24 June 2016

At Some Point The Bar Doesn't Matter

Hello again!

It started on 29 February. I began a 60 day Bikram challenge which morphed into a 120 day challenge.

Today would have been Day 117.

Let me type that again.

Today would have been Day 117.

Alas, it is not to be.

From the start in February, this challenge has been the most demanding one I've ever undertaken. Illness, injury, work schedules and life events have taken their toll. I would get behind, then do double after double to catch up. Then I would get behind again, and repeat the process. When I got to Day 60, I was nowhere the level of proficiency I had attained last summer (read about it HERE). So I just kept going. And going. And going.

Problem was, my practice got worse. And worse. And worse.

I would start yawning in Pranayama. I couldn't extend my arms in Half-Moon. I had neither balance, nor strength, nor flexibility. I couldn't pick up or hold my foot in Head-to-Knee. Sometimes I couldn't reach back for my leg in Standing Bow. I was spending 45, 60, sometimes 70 minutes lying on my back. My anxiety grew. Crowded classes were difficult because there were so many people. Small classes were difficult because there was nowhere to hide from the instructor (as if one could hide from an instructor). I rarely focused on myself in the mirror. My diet improved... sometimes.

Still, I was going to knock this out and get back into form. My FB post from June 7:

"Here we are. Day 100, Class 94. This year, it has been infinitely more difficult -- I feel like a beginner again. If you've set up next to me or led any of my classes, you know what I'm talking about. That said, I am nothing if not stubborn. I've got 21 days left to complete 26 classes and I intend to see this through. Searching for that "A-ha!" moment where things fall back in place. And if it takes another 60 to figure it out, so be it."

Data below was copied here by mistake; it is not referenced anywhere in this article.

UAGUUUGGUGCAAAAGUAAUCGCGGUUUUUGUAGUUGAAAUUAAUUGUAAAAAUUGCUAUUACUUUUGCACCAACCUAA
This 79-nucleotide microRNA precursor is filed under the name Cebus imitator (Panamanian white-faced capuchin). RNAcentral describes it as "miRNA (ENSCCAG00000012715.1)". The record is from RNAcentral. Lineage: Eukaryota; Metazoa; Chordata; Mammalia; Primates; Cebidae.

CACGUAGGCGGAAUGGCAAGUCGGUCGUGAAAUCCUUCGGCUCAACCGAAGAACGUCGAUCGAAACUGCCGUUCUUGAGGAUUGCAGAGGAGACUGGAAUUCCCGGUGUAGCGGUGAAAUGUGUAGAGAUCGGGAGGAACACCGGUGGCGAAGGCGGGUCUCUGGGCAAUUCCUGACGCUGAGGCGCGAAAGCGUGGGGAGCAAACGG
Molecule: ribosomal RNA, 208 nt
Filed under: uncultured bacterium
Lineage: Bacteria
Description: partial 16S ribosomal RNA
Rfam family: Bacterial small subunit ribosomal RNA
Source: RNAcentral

Brave words, but hollow. The harder I pushed, the worse things got. From June 15:
"Do you ever suffer from impostor syndrome? Do you ever feel as though you simply have no business being in this room with these wonderful men and ladies? That you just don't quite fit in? Do you ever wonder how they can keep going, posture after posture, while you crash to the floor with your head down, feeling like a complete fool? Do you ever wish that the floor would open up and swallow you whole? Do you ever wonder? 

Haha. Me neither...
(Asking for a friend.)"

I was hoping I could make it work, but no. My classes got a little better, but I was just exhausting myself trying to catch up. I wasn't going to fall short. I wasn't going to FAIL.

When this week started, it was very simple: do doubles Monday - Friday and then rest up for a triple next Monday the 27th. (My work schedule prevents me from making any classes this weekend.)

I wasn't happy about it, but I was prepared to do it. Until Tuesday past.

From June 22:

"I did not take class tonight. I'm here to fulfill my work-study obligations.
A few days ago, I wrote about how I'm struggling in the room and how I was going to just keep going no matter what. My current challenge was to do 120 days (I did a 60-day and thought I should keep going), but work and life have put me behind to the point where I would have had to do a triple next Monday to finish on time. Last night a friend asked if I was going to a double and when I said yes they stopped me. Said they see me struggling. Didn't want me to do two classes, and if I did then at least simply do one set of each posture. Didn't want me to kill myself in there. Wanted me to get the full benefits of the yoga. Said it was ego that was driving me. 

You know what? This person was correct.